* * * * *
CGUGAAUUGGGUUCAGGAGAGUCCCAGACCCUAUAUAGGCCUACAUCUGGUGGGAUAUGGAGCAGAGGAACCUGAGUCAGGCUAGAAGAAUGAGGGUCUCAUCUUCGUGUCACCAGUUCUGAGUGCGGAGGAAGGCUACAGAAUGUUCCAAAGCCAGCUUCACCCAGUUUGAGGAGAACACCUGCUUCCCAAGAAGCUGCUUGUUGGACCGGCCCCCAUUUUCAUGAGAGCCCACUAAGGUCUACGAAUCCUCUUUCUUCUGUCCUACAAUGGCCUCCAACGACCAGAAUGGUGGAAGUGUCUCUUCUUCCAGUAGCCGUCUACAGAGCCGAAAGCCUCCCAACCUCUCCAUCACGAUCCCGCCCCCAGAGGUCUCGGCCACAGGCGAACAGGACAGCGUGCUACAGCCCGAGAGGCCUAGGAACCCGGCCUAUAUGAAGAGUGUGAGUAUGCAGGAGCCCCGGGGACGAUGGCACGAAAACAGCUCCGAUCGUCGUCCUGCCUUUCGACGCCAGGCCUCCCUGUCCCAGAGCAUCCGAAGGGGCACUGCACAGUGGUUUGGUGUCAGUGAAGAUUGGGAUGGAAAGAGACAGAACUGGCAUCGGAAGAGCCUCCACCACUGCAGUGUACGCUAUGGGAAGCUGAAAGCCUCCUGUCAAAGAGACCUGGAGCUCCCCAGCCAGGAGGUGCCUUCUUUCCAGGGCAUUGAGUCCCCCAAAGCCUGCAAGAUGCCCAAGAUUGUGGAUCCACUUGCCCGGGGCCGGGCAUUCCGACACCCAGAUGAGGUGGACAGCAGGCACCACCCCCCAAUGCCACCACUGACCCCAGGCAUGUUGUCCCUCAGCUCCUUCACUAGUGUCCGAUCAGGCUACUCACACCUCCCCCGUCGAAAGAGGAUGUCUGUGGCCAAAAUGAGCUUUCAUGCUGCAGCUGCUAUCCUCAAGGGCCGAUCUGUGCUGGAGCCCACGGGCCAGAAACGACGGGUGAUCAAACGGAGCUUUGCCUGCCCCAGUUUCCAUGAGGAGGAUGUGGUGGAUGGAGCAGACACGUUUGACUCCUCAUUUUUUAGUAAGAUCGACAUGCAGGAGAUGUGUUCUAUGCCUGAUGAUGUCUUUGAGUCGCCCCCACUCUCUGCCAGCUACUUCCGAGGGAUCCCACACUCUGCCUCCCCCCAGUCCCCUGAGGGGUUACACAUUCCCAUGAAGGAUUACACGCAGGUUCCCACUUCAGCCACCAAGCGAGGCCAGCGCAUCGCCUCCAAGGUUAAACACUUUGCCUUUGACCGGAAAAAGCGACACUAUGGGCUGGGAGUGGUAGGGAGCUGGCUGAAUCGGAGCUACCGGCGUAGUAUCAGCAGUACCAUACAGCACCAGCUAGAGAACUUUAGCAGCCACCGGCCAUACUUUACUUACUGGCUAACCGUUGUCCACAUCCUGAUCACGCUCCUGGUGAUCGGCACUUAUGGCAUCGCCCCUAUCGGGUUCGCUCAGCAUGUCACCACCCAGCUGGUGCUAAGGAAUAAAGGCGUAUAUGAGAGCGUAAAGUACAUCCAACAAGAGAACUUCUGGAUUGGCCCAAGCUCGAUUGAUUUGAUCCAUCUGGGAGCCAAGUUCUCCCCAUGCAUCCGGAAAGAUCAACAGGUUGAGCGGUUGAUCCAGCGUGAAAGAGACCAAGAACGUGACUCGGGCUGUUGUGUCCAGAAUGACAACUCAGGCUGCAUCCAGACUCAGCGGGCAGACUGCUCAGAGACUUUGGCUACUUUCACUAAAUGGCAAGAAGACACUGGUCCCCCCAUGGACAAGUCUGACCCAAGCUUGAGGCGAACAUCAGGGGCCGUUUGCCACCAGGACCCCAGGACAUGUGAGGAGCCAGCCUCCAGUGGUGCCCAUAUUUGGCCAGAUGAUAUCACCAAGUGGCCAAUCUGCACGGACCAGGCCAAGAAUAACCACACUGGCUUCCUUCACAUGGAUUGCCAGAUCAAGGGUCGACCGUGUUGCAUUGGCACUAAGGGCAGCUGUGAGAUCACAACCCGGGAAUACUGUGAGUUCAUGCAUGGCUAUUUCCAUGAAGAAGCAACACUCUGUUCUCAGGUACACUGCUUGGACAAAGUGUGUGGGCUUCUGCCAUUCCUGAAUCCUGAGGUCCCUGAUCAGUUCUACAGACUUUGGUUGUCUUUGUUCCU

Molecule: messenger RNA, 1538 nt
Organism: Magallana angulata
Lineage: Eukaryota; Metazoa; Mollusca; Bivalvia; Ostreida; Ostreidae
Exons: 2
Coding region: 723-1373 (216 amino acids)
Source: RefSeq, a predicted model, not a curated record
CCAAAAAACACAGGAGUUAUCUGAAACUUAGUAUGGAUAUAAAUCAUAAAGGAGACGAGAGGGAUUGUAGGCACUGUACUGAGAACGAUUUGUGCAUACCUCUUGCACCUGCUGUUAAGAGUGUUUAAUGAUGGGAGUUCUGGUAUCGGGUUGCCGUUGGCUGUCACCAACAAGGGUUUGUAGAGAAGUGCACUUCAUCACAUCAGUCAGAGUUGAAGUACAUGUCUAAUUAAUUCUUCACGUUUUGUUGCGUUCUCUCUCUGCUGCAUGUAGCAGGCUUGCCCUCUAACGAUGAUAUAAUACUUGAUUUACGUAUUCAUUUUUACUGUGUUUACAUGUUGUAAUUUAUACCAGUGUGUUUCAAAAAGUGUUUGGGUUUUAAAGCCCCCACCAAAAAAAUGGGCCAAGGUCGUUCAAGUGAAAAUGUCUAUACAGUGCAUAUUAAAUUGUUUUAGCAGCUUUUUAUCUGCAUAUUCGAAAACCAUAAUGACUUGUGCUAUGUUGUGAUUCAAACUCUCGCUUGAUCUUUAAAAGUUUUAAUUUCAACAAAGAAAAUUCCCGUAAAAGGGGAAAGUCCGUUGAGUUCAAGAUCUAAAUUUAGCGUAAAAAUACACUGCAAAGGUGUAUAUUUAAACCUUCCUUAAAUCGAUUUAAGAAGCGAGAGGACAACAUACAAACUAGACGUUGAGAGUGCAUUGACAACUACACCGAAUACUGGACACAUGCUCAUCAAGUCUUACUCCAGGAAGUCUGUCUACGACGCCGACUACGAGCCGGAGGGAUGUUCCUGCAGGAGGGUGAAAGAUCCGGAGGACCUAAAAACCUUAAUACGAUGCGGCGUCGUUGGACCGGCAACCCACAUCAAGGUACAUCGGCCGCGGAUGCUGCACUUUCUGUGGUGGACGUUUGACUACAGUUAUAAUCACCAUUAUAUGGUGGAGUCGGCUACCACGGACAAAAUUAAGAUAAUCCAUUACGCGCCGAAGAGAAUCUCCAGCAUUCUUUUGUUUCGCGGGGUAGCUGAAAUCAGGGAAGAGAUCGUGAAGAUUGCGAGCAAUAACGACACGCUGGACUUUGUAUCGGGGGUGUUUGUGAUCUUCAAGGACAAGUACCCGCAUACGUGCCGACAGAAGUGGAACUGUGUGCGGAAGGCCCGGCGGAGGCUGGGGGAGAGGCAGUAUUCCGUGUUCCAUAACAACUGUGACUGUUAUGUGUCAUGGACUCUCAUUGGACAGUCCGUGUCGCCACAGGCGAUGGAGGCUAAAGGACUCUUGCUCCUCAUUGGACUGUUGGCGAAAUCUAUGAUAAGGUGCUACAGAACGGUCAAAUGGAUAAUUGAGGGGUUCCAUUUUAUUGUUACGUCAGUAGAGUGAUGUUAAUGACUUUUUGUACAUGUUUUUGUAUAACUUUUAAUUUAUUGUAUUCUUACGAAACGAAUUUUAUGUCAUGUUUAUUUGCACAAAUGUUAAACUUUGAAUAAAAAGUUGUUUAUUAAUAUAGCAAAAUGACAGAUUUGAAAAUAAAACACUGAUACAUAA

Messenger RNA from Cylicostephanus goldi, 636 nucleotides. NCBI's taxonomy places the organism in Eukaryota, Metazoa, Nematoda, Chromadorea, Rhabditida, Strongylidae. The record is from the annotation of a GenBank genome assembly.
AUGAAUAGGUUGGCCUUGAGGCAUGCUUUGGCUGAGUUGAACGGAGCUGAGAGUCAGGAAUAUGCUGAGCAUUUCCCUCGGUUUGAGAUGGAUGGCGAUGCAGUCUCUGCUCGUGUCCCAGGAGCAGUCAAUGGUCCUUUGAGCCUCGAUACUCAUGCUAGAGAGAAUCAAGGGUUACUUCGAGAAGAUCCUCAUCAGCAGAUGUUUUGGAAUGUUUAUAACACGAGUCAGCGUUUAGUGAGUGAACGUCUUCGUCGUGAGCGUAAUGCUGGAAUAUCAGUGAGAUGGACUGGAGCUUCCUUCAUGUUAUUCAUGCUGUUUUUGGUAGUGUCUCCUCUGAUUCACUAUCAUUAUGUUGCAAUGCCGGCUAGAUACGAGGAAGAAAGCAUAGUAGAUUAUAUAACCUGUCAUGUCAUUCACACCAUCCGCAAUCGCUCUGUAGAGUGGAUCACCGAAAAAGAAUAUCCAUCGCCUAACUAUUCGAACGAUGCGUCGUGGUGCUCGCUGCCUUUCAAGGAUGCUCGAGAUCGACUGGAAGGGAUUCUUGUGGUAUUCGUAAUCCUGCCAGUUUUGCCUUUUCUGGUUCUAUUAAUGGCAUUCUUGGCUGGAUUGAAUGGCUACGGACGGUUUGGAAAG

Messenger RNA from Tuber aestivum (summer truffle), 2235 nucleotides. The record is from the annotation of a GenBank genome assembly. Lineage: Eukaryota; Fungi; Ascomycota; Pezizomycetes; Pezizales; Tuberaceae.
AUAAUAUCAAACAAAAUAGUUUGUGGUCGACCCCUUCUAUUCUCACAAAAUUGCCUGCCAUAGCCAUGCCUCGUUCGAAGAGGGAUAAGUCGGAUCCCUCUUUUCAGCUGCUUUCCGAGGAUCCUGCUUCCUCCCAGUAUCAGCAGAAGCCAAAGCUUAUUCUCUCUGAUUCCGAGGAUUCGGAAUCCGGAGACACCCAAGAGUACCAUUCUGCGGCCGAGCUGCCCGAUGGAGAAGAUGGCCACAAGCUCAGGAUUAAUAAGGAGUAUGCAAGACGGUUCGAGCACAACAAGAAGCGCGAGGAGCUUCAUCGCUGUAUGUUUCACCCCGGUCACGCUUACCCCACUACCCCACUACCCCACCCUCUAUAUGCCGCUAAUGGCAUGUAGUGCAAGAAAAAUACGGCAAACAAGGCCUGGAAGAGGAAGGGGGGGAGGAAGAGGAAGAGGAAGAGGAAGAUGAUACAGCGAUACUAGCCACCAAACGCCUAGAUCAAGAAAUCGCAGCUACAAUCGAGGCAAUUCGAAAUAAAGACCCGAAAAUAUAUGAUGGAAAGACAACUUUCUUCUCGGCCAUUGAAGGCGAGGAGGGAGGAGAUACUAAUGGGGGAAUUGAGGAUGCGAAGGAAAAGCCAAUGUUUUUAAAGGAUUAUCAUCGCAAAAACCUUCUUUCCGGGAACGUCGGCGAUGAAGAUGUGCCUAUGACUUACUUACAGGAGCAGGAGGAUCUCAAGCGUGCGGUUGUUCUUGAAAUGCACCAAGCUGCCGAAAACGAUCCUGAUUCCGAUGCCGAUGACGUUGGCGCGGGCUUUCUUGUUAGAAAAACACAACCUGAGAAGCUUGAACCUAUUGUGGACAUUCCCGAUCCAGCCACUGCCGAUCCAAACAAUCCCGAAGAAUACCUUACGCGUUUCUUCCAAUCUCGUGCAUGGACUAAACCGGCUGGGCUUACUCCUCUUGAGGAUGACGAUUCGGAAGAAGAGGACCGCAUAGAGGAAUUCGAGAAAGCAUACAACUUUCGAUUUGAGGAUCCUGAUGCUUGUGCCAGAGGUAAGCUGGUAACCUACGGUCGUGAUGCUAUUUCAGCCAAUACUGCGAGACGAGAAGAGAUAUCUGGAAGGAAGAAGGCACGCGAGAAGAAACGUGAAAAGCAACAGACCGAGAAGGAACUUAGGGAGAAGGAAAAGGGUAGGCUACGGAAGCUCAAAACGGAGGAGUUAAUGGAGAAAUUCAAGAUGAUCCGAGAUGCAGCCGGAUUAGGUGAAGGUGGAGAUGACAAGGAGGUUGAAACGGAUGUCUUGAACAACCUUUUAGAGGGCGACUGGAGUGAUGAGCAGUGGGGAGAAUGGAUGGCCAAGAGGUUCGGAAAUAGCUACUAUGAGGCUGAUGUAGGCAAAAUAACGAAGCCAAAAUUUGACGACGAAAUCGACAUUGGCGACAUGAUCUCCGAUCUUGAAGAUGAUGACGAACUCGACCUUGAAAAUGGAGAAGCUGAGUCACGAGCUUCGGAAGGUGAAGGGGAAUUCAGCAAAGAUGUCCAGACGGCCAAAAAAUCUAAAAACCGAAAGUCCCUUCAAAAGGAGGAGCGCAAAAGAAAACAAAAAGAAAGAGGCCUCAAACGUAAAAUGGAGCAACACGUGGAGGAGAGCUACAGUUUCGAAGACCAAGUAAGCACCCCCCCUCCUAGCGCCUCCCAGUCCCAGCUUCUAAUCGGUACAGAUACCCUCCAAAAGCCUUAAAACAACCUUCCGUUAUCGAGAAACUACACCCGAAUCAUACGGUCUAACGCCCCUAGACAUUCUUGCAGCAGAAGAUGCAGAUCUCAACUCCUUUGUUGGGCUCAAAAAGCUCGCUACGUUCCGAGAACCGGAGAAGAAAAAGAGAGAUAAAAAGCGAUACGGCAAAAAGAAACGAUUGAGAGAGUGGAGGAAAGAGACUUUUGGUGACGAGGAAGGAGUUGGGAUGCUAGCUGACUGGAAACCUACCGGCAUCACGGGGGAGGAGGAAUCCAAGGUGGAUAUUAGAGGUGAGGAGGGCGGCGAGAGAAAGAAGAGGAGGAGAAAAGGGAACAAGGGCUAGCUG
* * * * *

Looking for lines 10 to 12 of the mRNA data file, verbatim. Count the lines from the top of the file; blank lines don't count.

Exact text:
AUGAAUAGGUUGGCCUUGAGGCAUGCUUUGGCUGAGUUGAACGGAGCUGAGAGUCAGGAAUAUGCUGAGCAUUUCCCUCGGUUUGAGAUGGAUGGCGAUGCAGUCUCUGCUCGUGUCCCAGGAGCAGUCAAUGGUCCUUUGAGCCUCGAUACUCAUGCUAGAGAGAAUCAAGGGUUACUUCGAGAAGAUCCUCAUCAGCAGAUGUUUUGGAAUGUUUAUAACACGAGUCAGCGUUUAGUGAGUGAACGUCUUCGUCGUGAGCGUAAUGCUGGAAUAUCAGUGAGAUGGACUGGAGCUUCCUUCAUGUUAUUCAUGCUGUUUUUGGUAGUGUCUCCUCUGAUUCACUAUCAUUAUGUUGCAAUGCCGGCUAGAUACGAGGAAGAAAGCAUAGUAGAUUAUAUAACCUGUCAUGUCAUUCACACCAUCCGCAAUCGCUCUGUAGAGUGGAUCACCGAAAAAGAAUAUCCAUCGCCUAACUAUUCGAACGAUGCGUCGUGGUGCUCGCUGCCUUUCAAGGAUGCUCGAGAUCGACUGGAAGGGAUUCUUGUGGUAUUCGUAAUCCUGCCAGUUUUGCCUUUUCUGGUUCUAUUAAUGGCAUUCUUGGCUGGAUUGAAUGGCUACGGACGGUUUGGAAAG

Messenger RNA from Tuber aestivum (summer truffle), 2235 nucleotides. The record is from the annotation of a GenBank genome assembly. Lineage: Eukaryota; Fungi; Ascomycota; Pezizomycetes; Pezizales; Tuberaceae.
AUAAUAUCAAACAAAAUAGUUUGUGGUCGACCCCUUCUAUUCUCACAAAAUUGCCUGCCAUAGCCAUGCCUCGUUCGAAGAGGGAUAAGUCGGAUCCCUCUUUUCAGCUGCUUUCCGAGGAUCCUGCUUCCUCCCAGUAUCAGCAGAAGCCAAAGCUUAUUCUCUCUGAUUCCGAGGAUUCGGAAUCCGGAGACACCCAAGAGUACCAUUCUGCGGCCGAGCUGCCCGAUGGAGAAGAUGGCCACAAGCUCAGGAUUAAUAAGGAGUAUGCAAGACGGUUCGAGCACAACAAGAAGCGCGAGGAGCUUCAUCGCUGUAUGUUUCACCCCGGUCACGCUUACCCCACUACCCCACUACCCCACCCUCUAUAUGCCGCUAAUGGCAUGUAGUGCAAGAAAAAUACGGCAAACAAGGCCUGGAAGAGGAAGGGGGGGAGGAAGAGGAAGAGGAAGAGGAAGAUGAUACAGCGAUACUAGCCACCAAACGCCUAGAUCAAGAAAUCGCAGCUACAAUCGAGGCAAUUCGAAAUAAAGACCCGAAAAUAUAUGAUGGAAAGACAACUUUCUUCUCGGCCAUUGAAGGCGAGGAGGGAGGAGAUACUAAUGGGGGAAUUGAGGAUGCGAAGGAAAAGCCAAUGUUUUUAAAGGAUUAUCAUCGCAAAAACCUUCUUUCCGGGAACGUCGGCGAUGAAGAUGUGCCUAUGACUUACUUACAGGAGCAGGAGGAUCUCAAGCGUGCGGUUGUUCUUGAAAUGCACCAAGCUGCCGAAAACGAUCCUGAUUCCGAUGCCGAUGACGUUGGCGCGGGCUUUCUUGUUAGAAAAACACAACCUGAGAAGCUUGAACCUAUUGUGGACAUUCCCGAUCCAGCCACUGCCGAUCCAAACAAUCCCGAAGAAUACCUUACGCGUUUCUUCCAAUCUCGUGCAUGGACUAAACCGGCUGGGCUUACUCCUCUUGAGGAUGACGAUUCGGAAGAAGAGGACCGCAUAGAGGAAUUCGAGAAAGCAUACAACUUUCGAUUUGAGGAUCCUGAUGCUUGUGCCAGAGGUAAGCUGGUAACCUACGGUCGUGAUGCUAUUUCAGCCAAUACUGCGAGACGAGAAGAGAUAUCUGGAAGGAAGAAGGCACGCGAGAAGAAACGUGAAAAGCAACAGACCGAGAAGGAACUUAGGGAGAAGGAAAAGGGUAGGCUACGGAAGCUCAAAACGGAGGAGUUAAUGGAGAAAUUCAAGAUGAUCCGAGAUGCAGCCGGAUUAGGUGAAGGUGGAGAUGACAAGGAGGUUGAAACGGAUGUCUUGAACAACCUUUUAGAGGGCGACUGGAGUGAUGAGCAGUGGGGAGAAUGGAUGGCCAAGAGGUUCGGAAAUAGCUACUAUGAGGCUGAUGUAGGCAAAAUAACGAAGCCAAAAUUUGACGACGAAAUCGACAUUGGCGACAUGAUCUCCGAUCUUGAAGAUGAUGACGAACUCGACCUUGAAAAUGGAGAAGCUGAGUCACGAGCUUCGGAAGGUGAAGGGGAAUUCAGCAAAGAUGUCCAGACGGCCAAAAAAUCUAAAAACCGAAAGUCCCUUCAAAAGGAGGAGCGCAAAAGAAAACAAAAAGAAAGAGGCCUCAAACGUAAAAUGGAGCAACACGUGGAGGAGAGCUACAGUUUCGAAGACCAAGUAAGCACCCCCCCUCCUAGCGCCUCCCAGUCCCAGCUUCUAAUCGGUACAGAUACCCUCCAAAAGCCUUAAAACAACCUUCCGUUAUCGAGAAACUACACCCGAAUCAUACGGUCUAACGCCCCUAGACAUUCUUGCAGCAGAAGAUGCAGAUCUCAACUCCUUUGUUGGGCUCAAAAAGCUCGCUACGUUCCGAGAACCGGAGAAGAAAAAGAGAGAUAAAAAGCGAUACGGCAAAAAGAAACGAUUGAGAGAGUGGAGGAAAGAGACUUUUGGUGACGAGGAAGGAGUUGGGAUGCUAGCUGACUGGAAACCUACCGGCAUCACGGGGGAGGAGGAAUCCAAGGUGGAUAUUAGAGGUGAGGAGGGCGGCGAGAGAAAGAAGAGGAGGAGAAAAGGGAACAAGGGCUAGCUG